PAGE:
Fish farming gets a boost

Fish business in the country will experience a boom if subsistent pond owners become commercial farmers, experts say.

The industry has not met its potential as the majority of fish farmers in the country are typically subsistent and hardly provide adequate care for fish.

In the country, most farmers own ponds covering less than a hectare and oftentimes have to do with limited inputs and technologies.

Fish farmers marvel at their catch

Presently, not many private firms are involved in commercial aquaculture, with Maldeco Fisheries in Mangochi being the dominant investor.

However, there are efforts to change the picture.

Among other things, the National Fisheries and Aquaculture Policy seeks to sustainably increase the amount captured from natural water bodies and ponds to improve nutrition and the country’s economy.

In their minds, the policymakers envisaged small and large-scale aquaculture producing 10 000 tonnes of fish by 2021, up from 3 600 tonnes in 2016.

However, falling catches of indigenous fish species (including makumba and chambo), high costs of feed and limited uptake of technologies stunt the country’s aquaculture sector.

In line with the policy goals, a consensus emerged at the National Aquaculture Stakeholders’ Dialogue Workshop in Lilongwe that the fish industry can be more profitable if farmers embrace it as business, not an everyday activity.

Delegates at the conference, including government officials, non-governmental organisations, academics, researchers and fish farmers, want players in the industry to embrace a commercial approach backed by necessary technical and financial support from government, development partners and the private sector.

The National Aquaculture and Fisheries Policy provides for public-private partnerships to uplift the industry.

Government has devolved the fisheries sector, making aquaculture support services accessible throughout the country.

Decentralisation also paves the way for the participation of district councils, NGOs and donor agencies.

According to the Department of Fisheries, there are almost 15 000 fish farmers owning over 10 000 fish ponds which cover almost 251 hectares.

“There are familiar challenges within the sub-sector, but together with different partners, we are trying hard to address them for the growth of the sector” says acting director of fisheries Dr Friday Njaya.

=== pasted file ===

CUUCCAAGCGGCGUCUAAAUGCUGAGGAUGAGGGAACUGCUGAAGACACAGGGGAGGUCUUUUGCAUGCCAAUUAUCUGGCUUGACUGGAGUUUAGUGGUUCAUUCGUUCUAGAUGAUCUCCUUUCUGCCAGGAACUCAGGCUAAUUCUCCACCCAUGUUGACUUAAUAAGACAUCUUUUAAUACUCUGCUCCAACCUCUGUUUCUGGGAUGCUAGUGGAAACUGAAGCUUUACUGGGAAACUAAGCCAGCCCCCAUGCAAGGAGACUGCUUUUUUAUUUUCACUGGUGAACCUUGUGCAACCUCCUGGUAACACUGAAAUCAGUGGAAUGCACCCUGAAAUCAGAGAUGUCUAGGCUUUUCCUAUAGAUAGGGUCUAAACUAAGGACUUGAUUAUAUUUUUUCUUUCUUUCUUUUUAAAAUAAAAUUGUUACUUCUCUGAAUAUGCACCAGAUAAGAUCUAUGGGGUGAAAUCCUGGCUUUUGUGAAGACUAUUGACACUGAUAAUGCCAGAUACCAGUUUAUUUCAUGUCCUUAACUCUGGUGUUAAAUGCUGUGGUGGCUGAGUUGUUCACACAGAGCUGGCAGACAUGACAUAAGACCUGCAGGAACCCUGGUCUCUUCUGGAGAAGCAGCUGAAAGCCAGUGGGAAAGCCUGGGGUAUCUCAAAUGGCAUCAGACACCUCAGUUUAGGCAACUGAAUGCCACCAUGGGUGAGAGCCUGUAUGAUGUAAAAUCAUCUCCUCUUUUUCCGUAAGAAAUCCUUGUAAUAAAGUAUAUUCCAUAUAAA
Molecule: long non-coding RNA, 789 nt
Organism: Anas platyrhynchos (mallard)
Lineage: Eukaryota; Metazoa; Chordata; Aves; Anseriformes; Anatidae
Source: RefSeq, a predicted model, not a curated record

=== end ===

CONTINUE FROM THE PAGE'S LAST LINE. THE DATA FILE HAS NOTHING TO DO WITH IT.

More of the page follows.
He reckons the increasing population of fish farmers and the count of ponds presents an opportunity and potential for the sector to grow further.

To him, the involvement of development partners is crucial to the growth and sustainability of the sector.

Presently, GiZ, the German agency for international cooperation, is running a four-year project to improve aquaculture value chains for higher incomes and food security.

The project is part of global push for sustainable fisheries and aquaculture.

Germany is pursuing a ‘One World – No Hunger’ initiative that aims at improving nutrition of local populations through improved access to fish, the source of 60 percent of animal protein in the country.

The German government is also implementing the project in Madagascar.

Aquaculture Value Chains for Higher Incomes and Food Security Project (AVCP) team leader Ladisio Da Dominica put the initiative in perspective.

The project will support the development of sustainable aquaculture businesses to increase the availability of fish products and incomes of farmers in the country.

“While fish farmers are the main focus, the project will strive to develop the entire aquaculture value chain to reduce post-harvest losses currently estimated at 40 percent of the total catch,” says Dominica.

In Malawi, the project will cover all the regions from Mzuzu City in the North, Salima in the Centre and Blantyre in the South.

It seeks to strengthen institutional capacity to boost the productivity of existing fish farms, fingerling production and the capacity of feed producers.

Zomba-based fish farmer George Khakhi is delighted with the GiZ intervention, saying increased access to quality fingerlings and feed could be the game changer for small-scale fish farmers.

“For a long time, lack of quality fingerlings, affordable feeds and technologies have slowed this industry. We need lasting solutions that will rekindle hopes of fish farmers,” he says.

Similar sentiments are echoed by other fish farmers, private sectors captains and researchers.

Some farmers in the country import fish feed from Zambia, which makes the commodity pricy. n


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